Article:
Materials & Techniques
Mixtec and Aztec Masks: Turquoise Mosaic
A mosaic is composed of small, usually colored pieces of inlaid stone, glass, or other material that together create an image or design. The art form of turquoise mosaic originated among the Mixtec of Oaxaca, and the tradition continued among the Aztecs. Mosaic enhanced the surfaces of masks, headdresses, shields, sacrificial knives, helmets, pectorals, staffs, and a variety of other objects. The tedious process involved grinding tiny tiles (tesserae)—predominately turquoise but including other precious materials—by hand to a remarkable thinness (0.40 to 0.75 mm), polishing them, and pressing them into a resin matrix applied to a carved wood support. The Mixtec and other Mesoamerican artists used resin and other natural materials, such as copal, pine resin, beeswax, and orchids, as glue. The mosaic skills of Mixtec craftsmen were unsurpassed, and mosaic objects used by the Aztecs were probably made as tribute in Oaxaca or by Mixtec artists working in the Valley of Mexico.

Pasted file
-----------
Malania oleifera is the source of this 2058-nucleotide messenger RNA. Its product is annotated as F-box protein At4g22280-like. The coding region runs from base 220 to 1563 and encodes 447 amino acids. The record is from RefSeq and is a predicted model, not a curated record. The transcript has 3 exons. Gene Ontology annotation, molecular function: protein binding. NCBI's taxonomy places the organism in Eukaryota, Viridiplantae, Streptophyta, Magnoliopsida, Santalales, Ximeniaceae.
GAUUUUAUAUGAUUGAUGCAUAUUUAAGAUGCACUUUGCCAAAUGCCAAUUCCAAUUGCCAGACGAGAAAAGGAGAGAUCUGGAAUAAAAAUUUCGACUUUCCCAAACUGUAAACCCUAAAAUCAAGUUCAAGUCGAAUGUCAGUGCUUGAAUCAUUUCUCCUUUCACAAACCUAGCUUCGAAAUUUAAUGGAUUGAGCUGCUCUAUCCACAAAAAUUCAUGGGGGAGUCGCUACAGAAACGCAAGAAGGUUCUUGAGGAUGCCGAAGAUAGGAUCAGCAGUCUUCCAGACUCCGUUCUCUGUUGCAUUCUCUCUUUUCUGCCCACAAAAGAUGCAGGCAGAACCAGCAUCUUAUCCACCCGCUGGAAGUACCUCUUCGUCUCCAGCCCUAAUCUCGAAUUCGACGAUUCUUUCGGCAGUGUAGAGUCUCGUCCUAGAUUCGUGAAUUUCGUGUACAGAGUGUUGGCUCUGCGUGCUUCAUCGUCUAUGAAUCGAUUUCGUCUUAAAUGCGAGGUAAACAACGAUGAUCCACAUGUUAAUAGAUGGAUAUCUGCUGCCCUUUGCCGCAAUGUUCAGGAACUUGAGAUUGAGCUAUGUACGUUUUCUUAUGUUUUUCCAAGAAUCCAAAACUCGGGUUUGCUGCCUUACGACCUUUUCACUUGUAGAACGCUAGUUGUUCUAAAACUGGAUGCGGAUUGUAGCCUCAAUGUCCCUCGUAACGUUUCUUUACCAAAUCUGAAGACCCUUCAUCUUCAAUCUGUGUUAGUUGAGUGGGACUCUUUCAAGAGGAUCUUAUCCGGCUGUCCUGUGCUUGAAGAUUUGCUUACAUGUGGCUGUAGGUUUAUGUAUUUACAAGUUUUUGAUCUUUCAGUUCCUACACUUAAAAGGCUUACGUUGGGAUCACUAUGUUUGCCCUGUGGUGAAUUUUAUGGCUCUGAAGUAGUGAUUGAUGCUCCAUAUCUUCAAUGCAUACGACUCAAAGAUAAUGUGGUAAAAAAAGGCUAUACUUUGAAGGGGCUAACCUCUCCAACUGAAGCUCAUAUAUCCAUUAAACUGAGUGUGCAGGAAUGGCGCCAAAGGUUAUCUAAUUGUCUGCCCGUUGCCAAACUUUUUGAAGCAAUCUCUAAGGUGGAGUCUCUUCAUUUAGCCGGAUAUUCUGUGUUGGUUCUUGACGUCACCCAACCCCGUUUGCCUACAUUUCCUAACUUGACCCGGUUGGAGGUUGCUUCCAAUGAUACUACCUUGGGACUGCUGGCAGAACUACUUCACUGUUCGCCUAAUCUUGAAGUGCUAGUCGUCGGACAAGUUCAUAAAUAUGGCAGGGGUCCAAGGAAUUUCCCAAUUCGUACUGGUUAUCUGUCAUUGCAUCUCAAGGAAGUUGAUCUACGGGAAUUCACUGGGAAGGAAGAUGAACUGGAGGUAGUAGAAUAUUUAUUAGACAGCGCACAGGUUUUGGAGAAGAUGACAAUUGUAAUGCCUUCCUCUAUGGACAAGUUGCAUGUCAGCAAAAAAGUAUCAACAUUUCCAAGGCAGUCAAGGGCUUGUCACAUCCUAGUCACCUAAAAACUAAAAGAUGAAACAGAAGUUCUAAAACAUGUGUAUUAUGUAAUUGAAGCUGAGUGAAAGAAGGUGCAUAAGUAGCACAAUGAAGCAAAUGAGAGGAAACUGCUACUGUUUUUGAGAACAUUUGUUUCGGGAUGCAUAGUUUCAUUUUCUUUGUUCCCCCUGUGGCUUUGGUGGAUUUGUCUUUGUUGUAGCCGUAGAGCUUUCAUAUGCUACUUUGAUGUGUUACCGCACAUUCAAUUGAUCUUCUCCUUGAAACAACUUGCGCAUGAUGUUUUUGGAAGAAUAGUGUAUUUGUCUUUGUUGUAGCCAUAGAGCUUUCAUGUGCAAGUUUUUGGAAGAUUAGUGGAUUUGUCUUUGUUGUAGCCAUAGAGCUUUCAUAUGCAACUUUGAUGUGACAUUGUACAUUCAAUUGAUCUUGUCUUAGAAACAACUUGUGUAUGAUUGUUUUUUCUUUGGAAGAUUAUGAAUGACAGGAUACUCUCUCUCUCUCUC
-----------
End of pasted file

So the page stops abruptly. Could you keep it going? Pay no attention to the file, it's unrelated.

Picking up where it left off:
Turquoise, which does not occur naturally in Mesoamerica, was valued for its color and rarity. Mesoamerican merchants and traders would exchange goods such as cacao, parrot feathers, and copper with artists in present-day New Mexico. For the Aztecs, turquoise symbolized the preciousness of life, the blue of the sky, and the blue of water, which were also associated with the rain god, Tlaloc. Mosaic masks may have adorned images of deities or been worn by god impersonators. In Oaxaca they were placed on the bundled bodies of the deceased, who were enshrined as venerated ancestors.
Bonnie Pitman, ed., "Mask, possibly of Tlaloc (1979.2)," in Dallas Museum of Art: A Guide to the Collection (New Haven, CT: Yale University Press, 2012), 50.
Carol Robbins, "Mask, possibly of Tlaloc (1979.2)," in Dallas Museum of Art: A Guide to the Collection, ed. Suzanne Kotz (Dallas, Texas: Dallas Museum of Art, 1997), 193.
Carol Robbins, Label text [1979.2], A. H. Meadows Galleries, 2010.